“Now, Smoky Mountain Resort Ministries continues to teach me by allowing me to grieve with people whose lives have been devastated,” she said. “I trust the lessons that I learned here.”
Amy described the people she encountered in Gatlinburg as being “in active trauma” — seeking to integrate this tragedy into their lives.
“They startle easily,” she said. “They cry when a fire truck moves past. They stop mid-sentence and stare into the mountains. They are highly energetic one minute and sluggish the next.”
Understandably, some are weary of help, fearing they’ll be scammed in their vulnerability, said Amy.
“They require time, and quiet, and calm, and relentless presence,” she added. “That is the ministry best offered to hearts and minds and spirits, just now.”
“Ober Gatlinburg has a long-term relationship with Smoky Mountain Resort Ministries,” said Kent Anders, co-owner of the popular ski, snowboarding and skating destination with its highly visible aerial tramway that takes visitors from downtown to the mountaintop.
Bill Black is his close friend, he said, as well as a minister to his family and employees.
“He’s a great supporter of our foreign student workers,” said Kent, noting that Bill and his volunteers gather the international students for meals and celebrate the holidays with them.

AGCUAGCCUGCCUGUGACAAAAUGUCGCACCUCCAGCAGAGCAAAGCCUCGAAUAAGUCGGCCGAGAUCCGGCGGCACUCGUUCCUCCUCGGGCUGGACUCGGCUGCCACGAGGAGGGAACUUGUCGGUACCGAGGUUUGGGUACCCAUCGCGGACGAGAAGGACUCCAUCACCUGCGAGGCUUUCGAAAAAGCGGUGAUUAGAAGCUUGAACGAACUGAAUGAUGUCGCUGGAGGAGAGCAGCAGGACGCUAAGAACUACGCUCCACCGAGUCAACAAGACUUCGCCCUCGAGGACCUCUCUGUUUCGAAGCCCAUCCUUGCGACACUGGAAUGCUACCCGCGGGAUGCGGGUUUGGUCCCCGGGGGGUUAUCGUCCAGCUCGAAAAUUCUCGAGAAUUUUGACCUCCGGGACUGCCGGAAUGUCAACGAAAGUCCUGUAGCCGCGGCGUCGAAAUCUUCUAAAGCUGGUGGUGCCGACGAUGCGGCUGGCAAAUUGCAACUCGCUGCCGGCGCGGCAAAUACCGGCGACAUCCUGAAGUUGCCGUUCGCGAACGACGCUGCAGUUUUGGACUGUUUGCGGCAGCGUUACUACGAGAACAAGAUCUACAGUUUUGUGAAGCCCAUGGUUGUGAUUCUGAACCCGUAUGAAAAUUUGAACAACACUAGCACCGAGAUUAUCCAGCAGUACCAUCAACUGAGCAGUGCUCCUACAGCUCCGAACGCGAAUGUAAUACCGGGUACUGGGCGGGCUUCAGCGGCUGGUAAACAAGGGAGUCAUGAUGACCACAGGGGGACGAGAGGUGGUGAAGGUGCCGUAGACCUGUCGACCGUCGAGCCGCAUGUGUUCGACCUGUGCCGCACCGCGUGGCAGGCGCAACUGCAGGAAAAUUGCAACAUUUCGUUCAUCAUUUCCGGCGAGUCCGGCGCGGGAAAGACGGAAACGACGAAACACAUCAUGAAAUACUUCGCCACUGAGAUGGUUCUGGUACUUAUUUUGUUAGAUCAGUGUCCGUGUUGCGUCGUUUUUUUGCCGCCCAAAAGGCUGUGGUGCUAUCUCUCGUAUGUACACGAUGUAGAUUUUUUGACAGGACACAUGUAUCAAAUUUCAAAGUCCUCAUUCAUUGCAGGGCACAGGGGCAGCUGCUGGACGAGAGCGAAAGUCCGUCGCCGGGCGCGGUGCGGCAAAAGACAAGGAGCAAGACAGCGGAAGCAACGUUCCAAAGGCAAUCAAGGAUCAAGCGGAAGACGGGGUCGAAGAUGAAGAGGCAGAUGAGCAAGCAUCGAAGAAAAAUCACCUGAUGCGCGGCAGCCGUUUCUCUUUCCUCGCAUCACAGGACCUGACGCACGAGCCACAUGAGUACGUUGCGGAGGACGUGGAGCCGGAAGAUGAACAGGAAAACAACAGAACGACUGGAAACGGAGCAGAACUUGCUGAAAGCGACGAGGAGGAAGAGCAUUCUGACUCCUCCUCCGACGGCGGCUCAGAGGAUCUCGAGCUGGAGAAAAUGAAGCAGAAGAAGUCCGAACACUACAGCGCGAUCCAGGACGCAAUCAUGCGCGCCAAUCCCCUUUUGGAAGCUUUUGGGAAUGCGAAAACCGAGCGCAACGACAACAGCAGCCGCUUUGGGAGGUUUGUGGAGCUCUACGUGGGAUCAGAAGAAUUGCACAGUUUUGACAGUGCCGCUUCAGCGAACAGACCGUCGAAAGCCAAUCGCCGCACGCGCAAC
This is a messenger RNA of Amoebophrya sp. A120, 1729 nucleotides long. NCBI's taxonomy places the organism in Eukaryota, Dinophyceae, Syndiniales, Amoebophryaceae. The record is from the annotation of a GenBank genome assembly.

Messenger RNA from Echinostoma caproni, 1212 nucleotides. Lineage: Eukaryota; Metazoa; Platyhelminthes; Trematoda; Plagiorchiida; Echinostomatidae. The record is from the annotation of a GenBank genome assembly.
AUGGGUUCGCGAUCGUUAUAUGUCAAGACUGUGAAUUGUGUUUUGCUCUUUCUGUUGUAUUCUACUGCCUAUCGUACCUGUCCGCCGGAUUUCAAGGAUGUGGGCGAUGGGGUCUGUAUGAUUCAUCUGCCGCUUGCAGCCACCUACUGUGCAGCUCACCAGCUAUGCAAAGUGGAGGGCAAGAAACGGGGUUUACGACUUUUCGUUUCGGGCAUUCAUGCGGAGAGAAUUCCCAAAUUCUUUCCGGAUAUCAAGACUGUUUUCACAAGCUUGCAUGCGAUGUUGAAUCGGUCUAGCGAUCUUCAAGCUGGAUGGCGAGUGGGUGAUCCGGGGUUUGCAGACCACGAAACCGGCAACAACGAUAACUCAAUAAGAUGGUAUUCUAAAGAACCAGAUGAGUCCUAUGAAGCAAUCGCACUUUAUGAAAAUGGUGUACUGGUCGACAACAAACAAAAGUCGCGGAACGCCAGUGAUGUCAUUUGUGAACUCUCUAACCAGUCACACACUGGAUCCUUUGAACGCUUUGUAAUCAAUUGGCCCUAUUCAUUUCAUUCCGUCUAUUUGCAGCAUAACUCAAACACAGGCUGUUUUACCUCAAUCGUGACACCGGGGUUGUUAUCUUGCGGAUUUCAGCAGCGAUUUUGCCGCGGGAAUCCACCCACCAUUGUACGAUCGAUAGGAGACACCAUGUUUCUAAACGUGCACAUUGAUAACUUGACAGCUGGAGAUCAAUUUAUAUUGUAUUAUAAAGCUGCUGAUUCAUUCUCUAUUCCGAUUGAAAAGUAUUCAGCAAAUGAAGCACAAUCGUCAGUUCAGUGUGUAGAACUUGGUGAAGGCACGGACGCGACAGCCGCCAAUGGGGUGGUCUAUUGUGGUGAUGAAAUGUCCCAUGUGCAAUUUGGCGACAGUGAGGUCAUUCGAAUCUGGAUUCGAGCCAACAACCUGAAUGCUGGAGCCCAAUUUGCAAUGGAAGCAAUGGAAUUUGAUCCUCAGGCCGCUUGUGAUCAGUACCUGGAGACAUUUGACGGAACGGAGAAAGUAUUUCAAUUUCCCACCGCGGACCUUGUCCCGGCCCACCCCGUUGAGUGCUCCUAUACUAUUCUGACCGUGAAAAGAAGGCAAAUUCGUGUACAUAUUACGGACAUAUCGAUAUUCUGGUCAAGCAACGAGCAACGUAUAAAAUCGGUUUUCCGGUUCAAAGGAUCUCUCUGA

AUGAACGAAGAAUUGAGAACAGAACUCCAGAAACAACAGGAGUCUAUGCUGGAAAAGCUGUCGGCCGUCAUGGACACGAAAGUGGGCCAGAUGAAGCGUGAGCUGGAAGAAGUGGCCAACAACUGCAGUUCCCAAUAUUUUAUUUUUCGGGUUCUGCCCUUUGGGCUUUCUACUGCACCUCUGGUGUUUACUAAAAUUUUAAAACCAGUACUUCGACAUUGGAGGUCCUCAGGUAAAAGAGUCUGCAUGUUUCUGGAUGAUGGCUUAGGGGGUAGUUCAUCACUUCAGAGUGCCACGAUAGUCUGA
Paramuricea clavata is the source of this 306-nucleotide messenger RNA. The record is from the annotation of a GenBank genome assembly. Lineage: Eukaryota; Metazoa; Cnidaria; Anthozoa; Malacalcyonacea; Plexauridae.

Getting Gatlinburg back to normal operations is an important goal for all involved, he said. And with the exception of a few hotels and restaurants being treated for smoke damage, downtown Gatlinburg is alive and well, and eager to welcome visitors.
The ski slopes open this weekend, said Kent, and, as usual, Bill will up there on Sunday to lead worship in the snow. Earlier he will hold a service for Ober Gatlinburg employees.
The holidays are big times in Gatlinburg and the larger Smoky Mountains region. Familiar festivities will be in full swing.
Bill Black and others with Smoky Mountain Resort Ministries will be in on the celebrations as well. Yet they will continue to see the charred hillsides and the broken hearts that need more than just words of cheer.
There is hope, however. As Kent said to his longtime friend Bill with an embrace: “We’re going to make it, buddy.”
Many organizations are aiding the relief efforts in Gatlinburg including the American Red Cross and Dolly Parton’s “My People Fund” that has raised $9 million for affected families and began distribution today.
On a smaller, yet very personal level, SMRM provides an opportunity to help in both short and longer-term ways. The need for volunteer groups to help with rebuilding efforts will come early next year. (Check the website for upcoming details.)
Immediate needs may be found now on the Smoky Mountain Resort Ministries web site (smrm.org). Financial gifts are most helpful because they are most flexible, said Bill. He can assist with emergency housing needs and provide gift cards for food and supplies.
Those wanting to send specific items should check the listing on the web site. Clothes are not needed. The emphasis is on new kitchen appliances, vacuum cleaners and other household items.
And one more thing, Bill added: Come to Gatlinburg — and “tip extravagantly!”